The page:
Archive for Kenilworth

running by Kenilworth Castle [jatp]

Posted in Kids, pictures, Running, Travel with tags , , , , , , , , , , , , , on May 26, 2018 by xi'an

Last week, while in Warwick, I had a nice warm afternoon run around Kenilworth in the fields with Nick Tawn, who brought us to this view of the castle from the West, by a former shallow lake called The Mere [lexicographically connected with La Mare rather than with La Mer!]. It also exposed the fact that my first and only visit to the castle was in the summer of 1977, with my pen friend from Birmingham. This was also the summer when Star Wars was released in Britain, including Birmingham where we first saw it…

Avon river

Posted in pictures, Running, Travel with tags , , , , , , , , on June 3, 2016 by xi'an

bridge upon the Avon river, Stoneleigh, Warwickshire, May 31, 2016

Stoneleigh Abbey

Posted in pictures, Running, Travel with tags , , , , , , on June 2, 2016 by xi'an

another glorious sunrise in Warwickshire

Posted in pictures, Running, Travel, University life with tags , , , , , , , on April 30, 2016 by xi'an

a war[like] week

Posted in Books, Kids, pictures, Running, Statistics, Travel, University life, Wines with tags , , , , , , , , , , on April 29, 2015 by xi'an

crossbThis week in Warwick was one of the busiest ones ever as I had to juggle between two workshops, including one in Oxford, a departmental meeting, two paper revisions, two pre-vivas, and a seminar in Leeds. Not to mention a broken toe (!), a flat tire (!!), and a diner at the X. Hardly anytime for writing blog entries..! Fortunately, I managed to squeeze time for working with Kerrie Mengersen who was visiting Warwick this fortnight. Finding new directions for the (A)BCel approach we developed a few years ago with Pierre Pudlo. The workshop in Oxford was quite informal with talks from PhD students [I fear I cannot discuss here as the papers are not online yet]. And one talk by François Caron about estimating sparse networks with not exactly exchangeable priors and completely random measures. And one talk by Kerrie Mengersen on a new and in-progress approach to handling Big Data that I found quite convincing (if again cannot discuss here). The probabilistic numerics workshop was discussed in yesterday’s post and I managed to discuss it a wee bit further with the organisers at The X restaurant in Kenilworth. (As a superfluous aside, and after a second sampling this year, I concluded that the Michelin star somewhat undeserved in that the dishes at The X are not particularly imaginative or tasty, the excellent sourdough bread being the best part of the meal!) I was expecting the train ride to Leeds to be highly bucolic as it went through the sunny countryside of South Yorkshire, with newly born lambs running in the bright green fields surrounded by old stone walls…, but instead went through endless villages with their rows of brick houses. Not that I have anything against brick houses, mind! Only, I had not realised how dense this part of England was, this presumably getting back all the way to the Industrial Revolution with the Manchester-Leeds-Birmingham triangle.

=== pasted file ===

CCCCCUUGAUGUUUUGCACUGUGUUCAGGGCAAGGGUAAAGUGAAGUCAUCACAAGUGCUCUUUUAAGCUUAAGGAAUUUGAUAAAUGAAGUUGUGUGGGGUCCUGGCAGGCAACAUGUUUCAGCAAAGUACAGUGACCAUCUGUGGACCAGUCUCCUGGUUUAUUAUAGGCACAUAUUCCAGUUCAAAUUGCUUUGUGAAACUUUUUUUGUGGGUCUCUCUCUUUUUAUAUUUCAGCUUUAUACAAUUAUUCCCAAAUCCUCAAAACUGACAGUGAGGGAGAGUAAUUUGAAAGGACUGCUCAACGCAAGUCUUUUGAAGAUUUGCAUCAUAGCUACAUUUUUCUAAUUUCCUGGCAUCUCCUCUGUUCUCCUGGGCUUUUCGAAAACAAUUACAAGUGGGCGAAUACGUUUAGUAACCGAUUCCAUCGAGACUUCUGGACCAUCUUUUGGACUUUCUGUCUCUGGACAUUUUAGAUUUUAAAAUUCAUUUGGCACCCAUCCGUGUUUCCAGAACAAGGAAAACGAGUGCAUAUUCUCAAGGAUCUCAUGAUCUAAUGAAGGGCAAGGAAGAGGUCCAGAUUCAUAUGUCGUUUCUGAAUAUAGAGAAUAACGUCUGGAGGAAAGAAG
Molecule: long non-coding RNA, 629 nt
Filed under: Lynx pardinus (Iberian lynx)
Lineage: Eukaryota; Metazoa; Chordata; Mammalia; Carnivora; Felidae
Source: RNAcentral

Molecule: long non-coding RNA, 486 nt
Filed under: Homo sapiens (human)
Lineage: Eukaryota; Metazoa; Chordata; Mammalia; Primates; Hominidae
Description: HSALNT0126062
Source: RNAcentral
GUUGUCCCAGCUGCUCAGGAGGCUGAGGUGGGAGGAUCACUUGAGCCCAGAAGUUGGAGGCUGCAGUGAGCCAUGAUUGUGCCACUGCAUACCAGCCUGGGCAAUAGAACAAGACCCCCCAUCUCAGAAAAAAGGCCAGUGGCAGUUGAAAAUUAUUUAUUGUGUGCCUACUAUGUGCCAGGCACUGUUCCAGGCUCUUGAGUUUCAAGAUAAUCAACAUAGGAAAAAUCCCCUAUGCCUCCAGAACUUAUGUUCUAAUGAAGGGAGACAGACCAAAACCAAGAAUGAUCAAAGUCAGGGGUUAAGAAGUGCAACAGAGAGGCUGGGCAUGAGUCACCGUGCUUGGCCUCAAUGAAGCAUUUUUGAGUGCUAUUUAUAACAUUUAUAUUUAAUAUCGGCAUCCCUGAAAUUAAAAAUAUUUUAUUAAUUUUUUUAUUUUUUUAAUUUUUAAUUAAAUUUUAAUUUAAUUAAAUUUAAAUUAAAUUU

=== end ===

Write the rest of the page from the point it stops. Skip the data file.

My seminar in Leeds was as exciting as in Amsterdam last week and with a large audience, so I got many and only interesting questions, from the issue of turning the output (i.e., the posterior on α) into a decision rule, to making  decision in the event of a non-conclusive posterior, to links with earlier frequentist resolutions, to whether or not we were able to solve the Lindley-Jeffreys paradox (we are not!, which makes a lot of sense), to the possibility of running a subjective or a sequential version. After the seminar I enjoyed a perfect Indian dinner at Aagrah, apparently a Yorkshire institution, with the right balance between too hot and too mild, i.e., enough spices to break a good sweat but not too many to loose any sense of taste!